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Parts of short-term rental ordinance ruled unconstitutional

Updated February 22, 2023 - 7:04 pm

A Clark County District Court judge has ruled that portions of a county ordinance regulating short-term rentals are unconstitutional.

The rules in question include signing the business license application under penalty of perjury, inspections with little or no notice, vague definitions of what constitutes a “party” or a disturbance, and the issuance of “discretionary fines and penalties.”

“The Court specifically finds that certain provisions within the Ordinance are unconstitutionally vague and overbroad and fail to provide notice sufficient to enable a person of ordinary intelligence to understand what conduct is prohibited,” Judge Jessica Peterson wrote Thursday in her 20-page ruling.

Peterson granted a temporary injunction in favor of the Greater Las Vegas Short-Term Rental Association, which last summer sued Clark County and Nevada.

“Accordingly, the provisions of the Ordinance identified in this Order shall hereinafter be enjoined from enforcement and implementation,” Peterson wrote.

But the injunction doesn’t prevent Clark County from issuing licenses, a county spokesperson said in a statement. The six-month application process ends in March, and just more than 500 homeowners have applied for a license, he said.

No more hearings have been scheduled to address Peterson’s orders, which are separate from the association’s lawsuit. The county declined to comment on its possible next steps.

Regulated short-term rentals

Assembly Bill 363 legalized the practice of using homes for commercial lodging in 2021. Regulated short-term rentals already are allowed in Las Vegas, Henderson and North Las Vegas.

The law reversed a county ban on the practice, and the county set out to establish its own rules. Clark County officials have estimated that about 10,000 homes were being rented illegally in its jurisdiction.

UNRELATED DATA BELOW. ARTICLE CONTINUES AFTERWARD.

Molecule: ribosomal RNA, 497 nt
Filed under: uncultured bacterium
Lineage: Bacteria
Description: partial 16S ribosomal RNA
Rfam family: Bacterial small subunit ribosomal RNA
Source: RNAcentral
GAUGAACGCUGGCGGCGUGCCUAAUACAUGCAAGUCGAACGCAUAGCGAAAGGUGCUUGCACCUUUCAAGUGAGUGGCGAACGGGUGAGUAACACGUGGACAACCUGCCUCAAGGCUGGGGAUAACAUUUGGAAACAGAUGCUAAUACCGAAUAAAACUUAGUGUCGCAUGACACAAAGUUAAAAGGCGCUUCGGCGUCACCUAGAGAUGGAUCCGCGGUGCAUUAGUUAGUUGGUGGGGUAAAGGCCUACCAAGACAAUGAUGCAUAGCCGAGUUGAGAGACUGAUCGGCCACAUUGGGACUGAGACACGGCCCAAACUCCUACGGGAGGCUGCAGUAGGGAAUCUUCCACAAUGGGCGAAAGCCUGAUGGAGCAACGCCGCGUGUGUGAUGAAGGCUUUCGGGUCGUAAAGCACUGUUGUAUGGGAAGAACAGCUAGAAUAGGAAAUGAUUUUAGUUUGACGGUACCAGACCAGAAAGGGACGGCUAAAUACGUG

The county ordinance set fees, enforcement plans and consequences for violating the ordinance, but the rental association has argued the rules constitute an overreach.

‘Fix this whole mess’

“We were excited to finally get the signed order,” said Jacqueline Flores, president and director of the short-term rental association. She noted that homeowners in the 1,200-member organization — which represents about 700 people in the county — already have been penalized.

The association aims for county officials “to sit down with our attorneys to fix this whole mess,” Flores said. “We can either fix it all now and get it right instead of going to court every single time.”

In her orders to grant the injunction and dismiss the county’s counterclaims, Peterson did not address the entirety of the association’s claims, which include limits to how many licenses the county plans to issue — 1 percent of Clark County’s “housing stock” — a lottery system to choose the recipients, and distance requirements between other short-term rentals and hotels.

“We always have to give Clark County the benefit of the doubt … to come to the table,” said Louis Koorndyk, co-founder of the association. “We don’t want to sue anybody.”

‘Vague and ambiguous’

Under the ordinance, applicants had to sign a “declaration under penalty of perjury” that they would abide by all of the rules.

“This mandate exposes a license applicant to the possibility of criminal liability for not only a current, but a future, violation of the Ordinance,” the court order said.

Another rule allows county enforcement to inspect homes with little or no notice.

“The plain text of these Sections means that Clark County, through its employees, may subject an applicant to an inspection of their proposed short-term rental unit, i.e., their home, without any basis whatsoever,” the order said.

The ordinance sets a limit of 10 people allowed at the homes and bans “parties, weddings, events or other gatherings which exceed the maximum occupancy of the residential unit,” the order said. “What qualifies as a ‘party’ or ‘wedding’ or ‘event’ or ‘gathering’ is vague and ambiguous.”

The ordinance banned the “emission” of noise, light, smoke, odors and hazardous materials “which unreasonably annoys or disturbs the quiet, comfort, or repose of any persons of ordinary sensibilities,” Peterson noted.

That language is vague, she wrote. “To be ‘annoyed’ or disturbed differs from person to person based upon such varying traits in personality,” the ruling said.

Contact Ricardo Torres-Cortez at rtorres@reviewjournal.com. Follow @rickytwrites on Twitter.

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